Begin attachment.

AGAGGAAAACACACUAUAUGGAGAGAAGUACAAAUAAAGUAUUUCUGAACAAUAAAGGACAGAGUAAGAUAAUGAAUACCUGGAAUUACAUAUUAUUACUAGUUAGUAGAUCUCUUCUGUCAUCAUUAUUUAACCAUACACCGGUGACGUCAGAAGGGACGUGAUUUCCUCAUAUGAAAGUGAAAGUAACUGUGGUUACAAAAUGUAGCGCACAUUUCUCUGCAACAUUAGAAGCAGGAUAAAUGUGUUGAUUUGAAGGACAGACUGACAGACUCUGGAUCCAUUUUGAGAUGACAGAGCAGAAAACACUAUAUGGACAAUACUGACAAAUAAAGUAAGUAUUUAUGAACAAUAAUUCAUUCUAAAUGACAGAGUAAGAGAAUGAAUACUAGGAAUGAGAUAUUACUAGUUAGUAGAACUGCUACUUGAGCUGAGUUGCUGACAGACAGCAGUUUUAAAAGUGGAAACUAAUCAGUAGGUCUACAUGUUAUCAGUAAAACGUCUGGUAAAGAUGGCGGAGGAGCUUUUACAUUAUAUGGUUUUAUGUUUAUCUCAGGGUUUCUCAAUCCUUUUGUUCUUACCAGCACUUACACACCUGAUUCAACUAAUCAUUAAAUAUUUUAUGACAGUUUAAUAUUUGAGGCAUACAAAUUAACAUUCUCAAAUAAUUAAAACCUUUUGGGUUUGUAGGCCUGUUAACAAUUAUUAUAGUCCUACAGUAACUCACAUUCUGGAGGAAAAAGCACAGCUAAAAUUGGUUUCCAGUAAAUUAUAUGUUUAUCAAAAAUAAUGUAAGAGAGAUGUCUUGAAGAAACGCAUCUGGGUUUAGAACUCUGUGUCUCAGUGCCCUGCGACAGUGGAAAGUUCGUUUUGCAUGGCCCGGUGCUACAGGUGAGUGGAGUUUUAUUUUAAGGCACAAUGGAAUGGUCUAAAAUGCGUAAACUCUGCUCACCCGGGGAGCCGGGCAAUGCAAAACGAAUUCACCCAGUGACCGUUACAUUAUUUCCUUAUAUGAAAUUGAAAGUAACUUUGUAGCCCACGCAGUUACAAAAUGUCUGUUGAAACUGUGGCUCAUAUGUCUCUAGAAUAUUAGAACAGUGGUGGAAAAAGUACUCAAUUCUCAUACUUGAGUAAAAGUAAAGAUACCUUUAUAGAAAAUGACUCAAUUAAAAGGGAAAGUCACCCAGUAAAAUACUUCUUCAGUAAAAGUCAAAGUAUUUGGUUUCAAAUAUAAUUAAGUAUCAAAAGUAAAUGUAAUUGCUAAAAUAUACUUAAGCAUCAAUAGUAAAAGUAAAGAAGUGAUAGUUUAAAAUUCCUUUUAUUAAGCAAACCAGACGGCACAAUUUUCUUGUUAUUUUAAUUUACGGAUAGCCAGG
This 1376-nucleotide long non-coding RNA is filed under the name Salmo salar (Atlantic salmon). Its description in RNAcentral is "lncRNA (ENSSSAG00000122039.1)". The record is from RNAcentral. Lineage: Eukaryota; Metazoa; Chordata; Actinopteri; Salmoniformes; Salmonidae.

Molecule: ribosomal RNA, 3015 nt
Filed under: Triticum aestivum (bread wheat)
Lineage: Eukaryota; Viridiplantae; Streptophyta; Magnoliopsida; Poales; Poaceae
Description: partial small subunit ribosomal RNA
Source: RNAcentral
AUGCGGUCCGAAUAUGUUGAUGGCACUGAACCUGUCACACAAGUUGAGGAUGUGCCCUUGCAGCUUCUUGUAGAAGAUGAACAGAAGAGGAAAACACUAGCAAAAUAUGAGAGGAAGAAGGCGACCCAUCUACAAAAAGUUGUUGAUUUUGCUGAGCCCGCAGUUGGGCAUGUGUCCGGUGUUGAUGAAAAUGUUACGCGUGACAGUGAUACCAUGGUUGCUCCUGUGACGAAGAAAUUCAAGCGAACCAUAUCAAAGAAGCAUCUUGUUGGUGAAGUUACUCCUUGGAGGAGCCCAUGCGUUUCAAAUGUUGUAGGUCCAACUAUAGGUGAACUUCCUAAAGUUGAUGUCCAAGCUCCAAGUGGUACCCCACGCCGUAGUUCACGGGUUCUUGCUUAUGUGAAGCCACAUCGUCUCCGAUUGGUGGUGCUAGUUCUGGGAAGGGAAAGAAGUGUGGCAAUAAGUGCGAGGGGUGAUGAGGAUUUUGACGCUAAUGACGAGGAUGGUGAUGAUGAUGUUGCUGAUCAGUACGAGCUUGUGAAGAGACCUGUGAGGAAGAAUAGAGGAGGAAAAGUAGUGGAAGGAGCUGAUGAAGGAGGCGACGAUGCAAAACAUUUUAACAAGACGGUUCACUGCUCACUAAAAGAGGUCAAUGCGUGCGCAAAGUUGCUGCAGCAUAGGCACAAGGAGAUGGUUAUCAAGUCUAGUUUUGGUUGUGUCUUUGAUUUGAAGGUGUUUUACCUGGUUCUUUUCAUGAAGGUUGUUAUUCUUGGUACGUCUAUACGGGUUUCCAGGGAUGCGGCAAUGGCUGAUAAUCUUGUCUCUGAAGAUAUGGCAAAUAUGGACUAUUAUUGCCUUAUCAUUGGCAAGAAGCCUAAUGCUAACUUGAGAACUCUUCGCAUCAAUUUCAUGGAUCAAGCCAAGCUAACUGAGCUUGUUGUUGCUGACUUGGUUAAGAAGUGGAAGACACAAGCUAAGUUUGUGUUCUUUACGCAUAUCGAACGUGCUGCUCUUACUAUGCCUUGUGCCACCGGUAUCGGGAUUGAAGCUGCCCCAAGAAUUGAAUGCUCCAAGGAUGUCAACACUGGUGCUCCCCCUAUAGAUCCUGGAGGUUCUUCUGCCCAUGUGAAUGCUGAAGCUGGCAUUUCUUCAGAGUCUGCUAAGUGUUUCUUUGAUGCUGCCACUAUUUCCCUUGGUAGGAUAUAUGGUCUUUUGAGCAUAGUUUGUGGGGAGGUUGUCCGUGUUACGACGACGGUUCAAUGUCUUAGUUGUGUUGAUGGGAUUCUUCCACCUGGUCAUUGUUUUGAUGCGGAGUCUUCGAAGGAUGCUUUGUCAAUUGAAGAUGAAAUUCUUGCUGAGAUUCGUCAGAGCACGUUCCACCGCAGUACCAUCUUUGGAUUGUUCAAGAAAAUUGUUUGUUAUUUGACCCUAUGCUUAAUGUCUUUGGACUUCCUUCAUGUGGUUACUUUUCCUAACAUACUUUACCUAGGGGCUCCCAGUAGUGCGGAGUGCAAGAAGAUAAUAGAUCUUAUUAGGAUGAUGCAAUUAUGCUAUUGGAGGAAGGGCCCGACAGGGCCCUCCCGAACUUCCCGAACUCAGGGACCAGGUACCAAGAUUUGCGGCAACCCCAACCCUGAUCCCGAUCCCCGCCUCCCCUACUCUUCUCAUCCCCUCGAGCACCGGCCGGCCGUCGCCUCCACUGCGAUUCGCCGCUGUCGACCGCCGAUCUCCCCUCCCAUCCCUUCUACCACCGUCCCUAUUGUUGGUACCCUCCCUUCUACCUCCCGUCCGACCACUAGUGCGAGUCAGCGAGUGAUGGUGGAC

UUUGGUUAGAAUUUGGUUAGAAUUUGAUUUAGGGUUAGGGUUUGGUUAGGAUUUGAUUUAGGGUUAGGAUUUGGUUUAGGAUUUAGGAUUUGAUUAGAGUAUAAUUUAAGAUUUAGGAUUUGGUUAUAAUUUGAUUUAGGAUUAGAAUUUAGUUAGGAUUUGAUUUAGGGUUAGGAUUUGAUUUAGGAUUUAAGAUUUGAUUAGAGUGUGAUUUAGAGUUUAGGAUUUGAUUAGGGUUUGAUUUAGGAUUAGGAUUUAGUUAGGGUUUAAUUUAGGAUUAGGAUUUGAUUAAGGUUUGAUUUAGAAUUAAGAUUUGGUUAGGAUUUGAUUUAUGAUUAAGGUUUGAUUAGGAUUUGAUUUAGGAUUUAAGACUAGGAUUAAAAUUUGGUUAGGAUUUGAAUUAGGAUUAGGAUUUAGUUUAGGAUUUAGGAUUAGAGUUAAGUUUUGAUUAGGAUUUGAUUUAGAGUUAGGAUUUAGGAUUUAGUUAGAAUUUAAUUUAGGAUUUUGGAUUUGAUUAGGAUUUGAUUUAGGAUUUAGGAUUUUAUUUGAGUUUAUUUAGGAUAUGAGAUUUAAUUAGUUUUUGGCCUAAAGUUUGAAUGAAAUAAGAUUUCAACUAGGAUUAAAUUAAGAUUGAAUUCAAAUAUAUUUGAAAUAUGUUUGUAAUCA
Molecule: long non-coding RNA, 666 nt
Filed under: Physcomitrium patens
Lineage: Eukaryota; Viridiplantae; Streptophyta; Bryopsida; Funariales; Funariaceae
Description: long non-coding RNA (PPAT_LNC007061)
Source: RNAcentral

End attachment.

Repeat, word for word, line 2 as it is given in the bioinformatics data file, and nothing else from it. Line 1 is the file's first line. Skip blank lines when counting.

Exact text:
This 1376-nucleotide long non-coding RNA is filed under the name Salmo salar (Atlantic salmon). Its description in RNAcentral is "lncRNA (ENSSSAG00000122039.1)". The record is from RNAcentral. Lineage: Eukaryota; Metazoa; Chordata; Actinopteri; Salmoniformes; Salmonidae.